Federal officials say a lawsuit in Florida could block cruise ships from visiting Alaska this summer
Florida sued the Biden administration to exclude requirements called a conditional sailing order imposed on cruise lines prior to sailing in US waters for the first time since March 2020.
The US Centers for Disease Control and Prevention says Congress effectively ratified the conditional sailing order when it passed a law last month to allow large cruise ships to resume travel from Washington state to Alaska this summer.
If Florida wins the injunction blocking the CDC’s order, it is “cruising in Alaska for the season,” agency attorneys say because a bill pushed by the Republican congressional delegation to Alaska will take effect when the CDC’s order takes effect. Lasts. Several cruise lines have announced plans to visit Alaska with vaccinated crew members and passengers starting in a few weeks.
Alaska is estimated to contribute $3 billion annually to the state’s economy by cruises. Alaska and Texas, another state with a large cruising industry, quickly sided with Florida in the matter.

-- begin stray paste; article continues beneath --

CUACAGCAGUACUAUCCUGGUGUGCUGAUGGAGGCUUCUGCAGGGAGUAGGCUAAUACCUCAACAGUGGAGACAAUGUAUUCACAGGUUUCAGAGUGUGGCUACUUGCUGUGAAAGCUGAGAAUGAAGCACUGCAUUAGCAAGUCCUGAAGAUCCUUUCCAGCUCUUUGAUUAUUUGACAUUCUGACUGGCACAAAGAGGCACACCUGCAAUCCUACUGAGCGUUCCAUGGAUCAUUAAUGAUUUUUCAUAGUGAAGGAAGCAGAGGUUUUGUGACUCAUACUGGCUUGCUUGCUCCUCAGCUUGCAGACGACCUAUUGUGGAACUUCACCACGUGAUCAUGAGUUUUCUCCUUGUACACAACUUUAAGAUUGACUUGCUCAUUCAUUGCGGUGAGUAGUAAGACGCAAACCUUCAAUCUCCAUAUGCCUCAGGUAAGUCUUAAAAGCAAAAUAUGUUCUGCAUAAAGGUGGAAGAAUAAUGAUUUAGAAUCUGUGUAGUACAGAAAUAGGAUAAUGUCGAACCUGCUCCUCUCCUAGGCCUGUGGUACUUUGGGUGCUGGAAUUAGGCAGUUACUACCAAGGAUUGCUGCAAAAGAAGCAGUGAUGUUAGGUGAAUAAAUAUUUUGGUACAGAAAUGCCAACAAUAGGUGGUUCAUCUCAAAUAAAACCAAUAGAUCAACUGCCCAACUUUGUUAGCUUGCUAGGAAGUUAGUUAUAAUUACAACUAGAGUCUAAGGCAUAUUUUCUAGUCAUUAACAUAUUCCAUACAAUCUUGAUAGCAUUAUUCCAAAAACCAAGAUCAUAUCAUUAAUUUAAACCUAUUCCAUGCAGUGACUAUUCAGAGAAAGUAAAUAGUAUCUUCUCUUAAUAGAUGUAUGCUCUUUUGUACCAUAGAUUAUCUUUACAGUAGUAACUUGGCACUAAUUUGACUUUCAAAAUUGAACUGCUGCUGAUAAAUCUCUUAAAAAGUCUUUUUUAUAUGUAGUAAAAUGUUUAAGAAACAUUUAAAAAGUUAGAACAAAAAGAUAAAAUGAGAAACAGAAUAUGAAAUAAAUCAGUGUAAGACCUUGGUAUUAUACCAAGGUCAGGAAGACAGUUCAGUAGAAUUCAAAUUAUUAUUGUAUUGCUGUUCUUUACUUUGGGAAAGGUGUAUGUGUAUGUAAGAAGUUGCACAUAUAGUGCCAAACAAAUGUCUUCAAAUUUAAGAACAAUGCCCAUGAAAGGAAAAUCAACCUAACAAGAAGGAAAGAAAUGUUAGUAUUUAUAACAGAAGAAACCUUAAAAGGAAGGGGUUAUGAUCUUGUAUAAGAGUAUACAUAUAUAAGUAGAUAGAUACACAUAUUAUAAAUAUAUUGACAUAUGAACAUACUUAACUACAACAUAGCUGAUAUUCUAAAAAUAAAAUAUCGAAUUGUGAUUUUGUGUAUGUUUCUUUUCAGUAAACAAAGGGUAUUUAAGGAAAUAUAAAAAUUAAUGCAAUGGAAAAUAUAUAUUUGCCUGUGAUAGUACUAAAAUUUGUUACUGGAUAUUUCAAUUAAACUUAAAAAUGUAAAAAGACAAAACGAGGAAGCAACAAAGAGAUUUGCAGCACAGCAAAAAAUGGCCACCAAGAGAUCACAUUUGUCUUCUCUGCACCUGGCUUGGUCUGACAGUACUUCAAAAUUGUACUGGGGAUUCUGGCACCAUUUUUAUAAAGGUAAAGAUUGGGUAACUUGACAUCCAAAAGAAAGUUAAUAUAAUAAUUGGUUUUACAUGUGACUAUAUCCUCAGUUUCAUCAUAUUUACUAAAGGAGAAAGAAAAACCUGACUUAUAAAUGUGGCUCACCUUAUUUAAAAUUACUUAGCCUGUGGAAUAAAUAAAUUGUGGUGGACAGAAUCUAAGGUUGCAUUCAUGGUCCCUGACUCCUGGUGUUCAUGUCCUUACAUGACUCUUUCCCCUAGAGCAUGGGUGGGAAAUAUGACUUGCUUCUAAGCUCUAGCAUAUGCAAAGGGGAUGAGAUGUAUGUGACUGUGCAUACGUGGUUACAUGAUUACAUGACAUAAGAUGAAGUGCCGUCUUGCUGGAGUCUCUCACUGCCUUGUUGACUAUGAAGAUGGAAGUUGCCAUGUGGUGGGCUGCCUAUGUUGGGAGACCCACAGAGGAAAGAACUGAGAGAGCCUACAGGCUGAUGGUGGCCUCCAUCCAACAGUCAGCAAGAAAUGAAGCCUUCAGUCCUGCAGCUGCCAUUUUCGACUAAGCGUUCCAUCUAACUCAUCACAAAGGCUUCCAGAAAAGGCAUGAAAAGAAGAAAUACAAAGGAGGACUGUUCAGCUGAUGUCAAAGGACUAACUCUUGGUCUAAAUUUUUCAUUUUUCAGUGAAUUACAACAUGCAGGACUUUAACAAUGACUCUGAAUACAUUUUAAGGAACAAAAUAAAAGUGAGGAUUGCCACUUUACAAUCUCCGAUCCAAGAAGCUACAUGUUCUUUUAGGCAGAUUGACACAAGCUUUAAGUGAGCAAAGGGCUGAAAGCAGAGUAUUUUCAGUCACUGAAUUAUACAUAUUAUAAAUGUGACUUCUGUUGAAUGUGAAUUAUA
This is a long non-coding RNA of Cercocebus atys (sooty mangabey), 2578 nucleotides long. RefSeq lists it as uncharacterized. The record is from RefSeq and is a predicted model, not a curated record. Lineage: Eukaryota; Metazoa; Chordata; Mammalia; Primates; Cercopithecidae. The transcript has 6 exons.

Alaska’s attorney general’s office complained in a courtroom this week about the CDC’s “persistent-morphing orders, restrictions and guidance” for large cruise ships.
Federal lawyers also said in a filing this week that Florida’s desire to block the CDC’s regulation of cruising restarts would undermine public confidence in cruising, “particularly in the state of Florida, which has publicly The industry is battling over its laws.”
It was a reference to concern among cruise lines that a state law signed by the government. Ron DeSantis that will stop companies from requiring that travelers be vaccinated against COVID-19.
The federal judge overseeing Florida’s lawsuit against the Biden administration ordered both sides to arbitrate, which has failed to end the impasse.